Dev.to and Tealfeed

This isn’t the only place I’m posting my writing. I’m also posting to dev.to and Tealfeed. These are other knowledge sharing networks, free to use, and both with options to set your own blog as the canonical URL.

Here are the early pro’s and con’s of each:

Dev.to

Dev.to has two major positives:

  1. It is a big and supportive community
  2. The editor is easy and accepts copying from WordPress

Dev.to is a very well-known community of tech writers. It’s not just a blogging site. Even on my first post, I quickly had a positive comment offering some more helpful information building on top of what I wrote.

The editor to write a post is straightforward. It even accepts copying and pasting code from WordPress with no issues, even for images. Each post has a featured image which is not restricted in dimensions, so it’s easy to use the same one used on this site. That makes it very simple to quickly copy over posts I did here to share on dev.to as well.

It also has one minor negative: Dev.to is specifically for developers, as the name implies. I am only posting web development related things there, not Microsoft IT things or anything else I feel like sharing. Even on this point, there is some positive trade-off, as it means that the tags will allow you to get much more precise, such as “css” instead of “web development.”

Tealfeed

Tealfeed is a less well-known platform, at least in developer circles. My first impressions were not great. I created an account and logged in for the first time. The page spun for about 15 minutes before I gave up because I had other things to do. I came back a week later. This time it loaded my homepage with no issues. It may have been a one-time fluke, but some unfortunate timing.

I then created my first post. I tried to do what I do with dev.to: copy the WordPress page. That did not work at all. It does not interpret HTML tags and does not ignore the WordPress specific tags. It does not support a lot of formatting like headers at all. It does support images and separators, but not as HTML tags. You have to use the editor interface. So even for those features that are supported, you have to do it all over again. It does take a featured image, but it’s restricted to certain dimensions, so if you care about that and don’t already have your image in the right dimensions, you’ll spend more time to create an alternate image copy. All told, while dev.to takes about 2 minutes to copy a post from WordPress, Tealfeed takes more like 15 to reformat everything.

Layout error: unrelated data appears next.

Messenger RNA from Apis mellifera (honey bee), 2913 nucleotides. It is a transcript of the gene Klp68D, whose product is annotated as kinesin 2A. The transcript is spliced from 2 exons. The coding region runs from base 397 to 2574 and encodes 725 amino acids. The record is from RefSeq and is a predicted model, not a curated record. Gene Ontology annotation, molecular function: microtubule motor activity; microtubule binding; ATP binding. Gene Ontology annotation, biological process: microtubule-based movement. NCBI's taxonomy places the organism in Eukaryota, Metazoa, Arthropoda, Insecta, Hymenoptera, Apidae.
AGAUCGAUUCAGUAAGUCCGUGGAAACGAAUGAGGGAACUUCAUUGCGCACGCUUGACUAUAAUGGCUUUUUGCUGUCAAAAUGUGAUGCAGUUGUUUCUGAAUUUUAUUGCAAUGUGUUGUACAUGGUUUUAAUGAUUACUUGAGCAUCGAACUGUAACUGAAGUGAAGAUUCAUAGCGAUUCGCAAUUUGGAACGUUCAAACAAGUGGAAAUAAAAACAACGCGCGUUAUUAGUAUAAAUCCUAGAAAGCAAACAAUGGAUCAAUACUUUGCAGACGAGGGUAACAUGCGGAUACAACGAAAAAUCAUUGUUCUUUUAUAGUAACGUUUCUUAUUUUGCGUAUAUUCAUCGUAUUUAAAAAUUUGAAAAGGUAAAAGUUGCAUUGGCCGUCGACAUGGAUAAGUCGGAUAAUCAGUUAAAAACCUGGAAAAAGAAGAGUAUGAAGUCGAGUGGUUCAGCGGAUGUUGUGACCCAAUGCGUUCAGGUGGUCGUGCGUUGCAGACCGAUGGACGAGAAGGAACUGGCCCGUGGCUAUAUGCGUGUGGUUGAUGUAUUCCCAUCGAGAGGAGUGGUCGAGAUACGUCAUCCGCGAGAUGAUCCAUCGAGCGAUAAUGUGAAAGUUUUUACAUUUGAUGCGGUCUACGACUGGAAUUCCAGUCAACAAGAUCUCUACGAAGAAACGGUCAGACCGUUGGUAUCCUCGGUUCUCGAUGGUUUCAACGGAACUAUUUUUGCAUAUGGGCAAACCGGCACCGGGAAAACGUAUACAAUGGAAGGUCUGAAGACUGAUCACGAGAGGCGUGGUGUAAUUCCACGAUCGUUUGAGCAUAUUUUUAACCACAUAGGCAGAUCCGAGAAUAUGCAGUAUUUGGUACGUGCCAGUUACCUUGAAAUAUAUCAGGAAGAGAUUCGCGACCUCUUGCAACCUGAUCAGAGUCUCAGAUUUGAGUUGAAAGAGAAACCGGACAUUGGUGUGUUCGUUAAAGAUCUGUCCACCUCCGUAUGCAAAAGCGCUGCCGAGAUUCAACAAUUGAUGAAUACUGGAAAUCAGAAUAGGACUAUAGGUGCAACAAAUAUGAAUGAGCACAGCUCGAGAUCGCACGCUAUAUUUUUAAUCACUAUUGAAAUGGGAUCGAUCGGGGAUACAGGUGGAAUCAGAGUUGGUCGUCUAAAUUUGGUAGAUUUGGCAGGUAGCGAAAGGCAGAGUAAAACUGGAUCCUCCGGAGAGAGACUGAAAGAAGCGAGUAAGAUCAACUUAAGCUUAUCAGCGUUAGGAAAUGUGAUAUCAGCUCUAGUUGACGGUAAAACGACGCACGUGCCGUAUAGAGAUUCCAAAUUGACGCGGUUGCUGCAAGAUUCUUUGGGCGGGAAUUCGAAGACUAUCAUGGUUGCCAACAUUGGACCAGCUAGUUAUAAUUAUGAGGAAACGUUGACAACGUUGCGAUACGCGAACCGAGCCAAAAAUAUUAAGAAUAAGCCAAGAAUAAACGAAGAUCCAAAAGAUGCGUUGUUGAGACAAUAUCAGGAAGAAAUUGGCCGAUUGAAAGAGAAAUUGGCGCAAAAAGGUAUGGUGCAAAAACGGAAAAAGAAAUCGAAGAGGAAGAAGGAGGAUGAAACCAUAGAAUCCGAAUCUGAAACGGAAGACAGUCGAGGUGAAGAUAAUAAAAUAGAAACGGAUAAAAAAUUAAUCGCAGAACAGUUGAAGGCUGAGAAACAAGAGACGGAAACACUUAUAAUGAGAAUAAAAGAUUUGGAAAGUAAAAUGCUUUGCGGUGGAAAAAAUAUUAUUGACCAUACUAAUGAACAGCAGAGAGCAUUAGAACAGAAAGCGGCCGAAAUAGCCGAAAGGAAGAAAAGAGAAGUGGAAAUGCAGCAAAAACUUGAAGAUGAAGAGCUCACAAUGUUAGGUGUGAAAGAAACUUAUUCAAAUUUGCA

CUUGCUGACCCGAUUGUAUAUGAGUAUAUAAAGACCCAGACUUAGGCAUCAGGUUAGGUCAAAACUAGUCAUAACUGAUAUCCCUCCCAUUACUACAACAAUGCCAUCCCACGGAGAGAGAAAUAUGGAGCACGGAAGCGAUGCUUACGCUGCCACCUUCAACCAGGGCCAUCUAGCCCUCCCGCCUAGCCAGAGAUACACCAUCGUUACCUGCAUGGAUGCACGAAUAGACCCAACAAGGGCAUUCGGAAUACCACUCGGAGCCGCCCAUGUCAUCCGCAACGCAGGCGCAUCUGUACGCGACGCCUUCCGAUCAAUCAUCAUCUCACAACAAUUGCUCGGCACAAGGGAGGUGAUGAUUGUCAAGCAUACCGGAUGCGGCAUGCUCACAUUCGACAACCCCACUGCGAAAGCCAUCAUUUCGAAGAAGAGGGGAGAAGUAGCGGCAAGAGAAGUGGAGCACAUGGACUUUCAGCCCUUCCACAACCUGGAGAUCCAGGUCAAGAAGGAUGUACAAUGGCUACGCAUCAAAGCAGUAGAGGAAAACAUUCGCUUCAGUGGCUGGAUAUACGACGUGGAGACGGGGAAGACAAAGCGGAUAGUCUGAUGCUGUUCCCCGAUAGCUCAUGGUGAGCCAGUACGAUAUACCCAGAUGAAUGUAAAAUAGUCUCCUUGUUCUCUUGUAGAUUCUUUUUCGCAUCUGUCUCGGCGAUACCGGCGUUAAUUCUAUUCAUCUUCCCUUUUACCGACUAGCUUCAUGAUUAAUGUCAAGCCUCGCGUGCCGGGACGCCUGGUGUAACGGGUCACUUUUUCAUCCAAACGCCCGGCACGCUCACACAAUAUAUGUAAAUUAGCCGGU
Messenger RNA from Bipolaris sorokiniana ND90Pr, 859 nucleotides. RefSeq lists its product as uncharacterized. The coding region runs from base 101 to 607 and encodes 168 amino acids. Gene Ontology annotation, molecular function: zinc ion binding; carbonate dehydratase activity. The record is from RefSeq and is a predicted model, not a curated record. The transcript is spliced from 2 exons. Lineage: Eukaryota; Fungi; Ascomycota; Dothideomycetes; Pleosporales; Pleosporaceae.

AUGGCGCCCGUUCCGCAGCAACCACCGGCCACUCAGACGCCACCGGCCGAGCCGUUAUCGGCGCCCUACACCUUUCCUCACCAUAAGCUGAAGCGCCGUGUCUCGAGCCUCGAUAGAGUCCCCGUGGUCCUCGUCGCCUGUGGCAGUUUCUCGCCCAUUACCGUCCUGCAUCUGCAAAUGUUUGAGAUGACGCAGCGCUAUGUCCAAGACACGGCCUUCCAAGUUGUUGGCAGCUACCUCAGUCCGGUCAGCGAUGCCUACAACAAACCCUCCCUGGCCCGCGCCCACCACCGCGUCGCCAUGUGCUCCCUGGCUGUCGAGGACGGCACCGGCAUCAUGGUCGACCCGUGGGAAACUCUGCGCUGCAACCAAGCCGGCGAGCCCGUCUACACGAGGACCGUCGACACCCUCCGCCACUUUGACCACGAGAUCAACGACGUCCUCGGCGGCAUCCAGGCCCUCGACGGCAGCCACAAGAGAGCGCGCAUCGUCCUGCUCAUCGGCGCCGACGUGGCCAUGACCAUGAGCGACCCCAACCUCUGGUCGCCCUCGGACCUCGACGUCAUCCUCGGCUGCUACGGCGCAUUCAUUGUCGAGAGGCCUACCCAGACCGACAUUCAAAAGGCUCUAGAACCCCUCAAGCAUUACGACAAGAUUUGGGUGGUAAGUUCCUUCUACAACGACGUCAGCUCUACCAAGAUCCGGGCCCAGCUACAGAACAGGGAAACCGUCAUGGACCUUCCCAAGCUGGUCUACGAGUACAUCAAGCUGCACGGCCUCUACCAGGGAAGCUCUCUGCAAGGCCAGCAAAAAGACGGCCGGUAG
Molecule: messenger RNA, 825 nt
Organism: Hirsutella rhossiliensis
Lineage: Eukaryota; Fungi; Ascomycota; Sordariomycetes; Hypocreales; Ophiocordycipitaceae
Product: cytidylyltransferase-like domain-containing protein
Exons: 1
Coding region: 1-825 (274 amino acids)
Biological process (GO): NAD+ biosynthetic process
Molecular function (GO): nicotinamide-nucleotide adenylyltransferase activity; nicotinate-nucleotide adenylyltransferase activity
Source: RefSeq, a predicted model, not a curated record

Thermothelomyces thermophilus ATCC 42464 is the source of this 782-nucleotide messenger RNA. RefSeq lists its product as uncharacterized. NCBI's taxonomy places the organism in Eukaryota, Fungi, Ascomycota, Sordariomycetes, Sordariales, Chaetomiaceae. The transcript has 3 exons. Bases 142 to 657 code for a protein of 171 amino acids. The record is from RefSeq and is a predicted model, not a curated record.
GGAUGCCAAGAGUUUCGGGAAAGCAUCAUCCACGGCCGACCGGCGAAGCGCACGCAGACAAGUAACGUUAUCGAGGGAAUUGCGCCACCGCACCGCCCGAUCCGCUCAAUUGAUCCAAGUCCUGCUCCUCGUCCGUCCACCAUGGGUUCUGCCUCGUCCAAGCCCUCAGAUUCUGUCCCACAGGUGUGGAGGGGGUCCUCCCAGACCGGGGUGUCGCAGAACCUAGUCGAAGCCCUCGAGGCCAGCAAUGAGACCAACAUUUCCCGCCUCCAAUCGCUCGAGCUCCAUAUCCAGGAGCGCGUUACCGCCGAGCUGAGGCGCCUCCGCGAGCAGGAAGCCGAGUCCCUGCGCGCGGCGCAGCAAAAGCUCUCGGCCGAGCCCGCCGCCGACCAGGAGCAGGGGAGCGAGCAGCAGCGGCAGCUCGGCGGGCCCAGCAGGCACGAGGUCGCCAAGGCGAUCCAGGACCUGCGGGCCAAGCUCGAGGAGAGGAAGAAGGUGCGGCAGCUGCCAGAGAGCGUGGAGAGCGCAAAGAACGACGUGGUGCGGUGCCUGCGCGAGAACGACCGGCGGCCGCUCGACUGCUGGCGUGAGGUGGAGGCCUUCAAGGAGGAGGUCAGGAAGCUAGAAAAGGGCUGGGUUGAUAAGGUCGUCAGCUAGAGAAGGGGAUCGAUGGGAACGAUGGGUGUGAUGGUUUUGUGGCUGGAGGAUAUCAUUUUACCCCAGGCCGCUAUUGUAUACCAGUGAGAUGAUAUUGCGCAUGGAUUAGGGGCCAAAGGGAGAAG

It’s got a few other oddities that demonstrate it simply isn’t very far allow in its development. If I use dark mode, which I always prefer, there are a handful of places in the key post creation process where it has black text on a black background. Not helpful.

The one thing that does make it more interesting is that it is not limited to developers, or even technology as a whole. You can follow lots of topics like psychology and photography as well.

Conclusion

Dev.to is absolutely worth the effort to copy posts from here to there, at least for those that fall broadly within the realm of “developer.” There’s no debate on that one to me.

Tealfeed is a bit more complicated. It’s hard to say yet whether it’s worth the effort to copy posts, especially since it takes so much longer to reformat. I’ll continue to give it a shot for at least a month or two before making a final judgement. I can pretty easily talk myself into keeping an account for the sake of following other interesting topics, though. It’s too bad they don’t have a mobile app, because I could definitely see it being an app I scroll for interesting stuff outside of work hours.

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